Orlando Health

Related Concussion Articles from Brightsurf:

Diagnosing sports-related concussion in teens
Researchers investigated the effectiveness of using measurements of how pupils react to light as physiologic biomarker to help diagnose sports-related concussion in adolescents.

Should you really be behind the wheel after concussion?
Even after all of their symptoms are gone, people who have had a concussion take longer to regain complex reaction times, the kind you need in most real-life driving situations on the road, according to a preliminary study released today that will be presented at the American Academy of Neurology's Sports Concussion Virtual Conference from July 31 to August 1, 2020.

Biomarkers may help us understand recovery time after concussion
A blood test may help researchers understand which people may take years to recover from concussion, according to a study published in the May 27, 2020, online issue of Neurology®, the medical journal of the American Academy of Neurology.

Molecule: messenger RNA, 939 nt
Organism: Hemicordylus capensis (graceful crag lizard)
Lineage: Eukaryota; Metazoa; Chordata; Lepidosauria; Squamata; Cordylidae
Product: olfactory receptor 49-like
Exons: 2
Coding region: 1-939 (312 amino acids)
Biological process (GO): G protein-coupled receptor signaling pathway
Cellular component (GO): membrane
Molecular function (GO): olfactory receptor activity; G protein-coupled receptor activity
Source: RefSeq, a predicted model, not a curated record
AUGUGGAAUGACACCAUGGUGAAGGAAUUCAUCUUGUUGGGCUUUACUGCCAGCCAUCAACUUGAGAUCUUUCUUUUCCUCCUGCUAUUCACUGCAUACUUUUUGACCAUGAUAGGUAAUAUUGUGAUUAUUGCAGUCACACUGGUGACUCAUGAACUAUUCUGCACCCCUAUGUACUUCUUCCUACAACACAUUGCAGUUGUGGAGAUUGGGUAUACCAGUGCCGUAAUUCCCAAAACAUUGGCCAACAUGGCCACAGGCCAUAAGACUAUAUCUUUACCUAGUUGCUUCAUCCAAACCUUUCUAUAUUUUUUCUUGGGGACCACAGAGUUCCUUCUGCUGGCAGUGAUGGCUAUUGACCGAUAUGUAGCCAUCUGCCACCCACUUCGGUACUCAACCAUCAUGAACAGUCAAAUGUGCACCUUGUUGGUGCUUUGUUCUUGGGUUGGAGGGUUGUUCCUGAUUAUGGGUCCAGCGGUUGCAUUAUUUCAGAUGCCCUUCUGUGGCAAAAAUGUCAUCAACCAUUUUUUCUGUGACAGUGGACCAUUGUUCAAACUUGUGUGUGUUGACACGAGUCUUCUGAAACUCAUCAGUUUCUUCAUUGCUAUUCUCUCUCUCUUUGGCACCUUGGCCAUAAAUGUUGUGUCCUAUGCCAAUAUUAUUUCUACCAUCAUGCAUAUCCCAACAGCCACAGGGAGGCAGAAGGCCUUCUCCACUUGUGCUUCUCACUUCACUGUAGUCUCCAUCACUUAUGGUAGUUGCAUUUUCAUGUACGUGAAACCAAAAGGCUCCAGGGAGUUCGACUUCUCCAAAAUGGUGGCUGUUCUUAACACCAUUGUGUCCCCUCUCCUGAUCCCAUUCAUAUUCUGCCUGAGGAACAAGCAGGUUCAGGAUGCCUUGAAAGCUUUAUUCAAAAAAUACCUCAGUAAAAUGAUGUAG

Concussion alters how information is transmitted within the brain
Damage from concussion alters the way information is transmitted between the 2 halves of the brain, according to a new study.

Concussion recovery not clear cut for children
Sleep problems, fatigue and attention difficulties in the weeks after a child's concussion injury could be a sign of reduced brain function and decreased grey matter.

A concussion can cost your job -- especially if you are young and well educated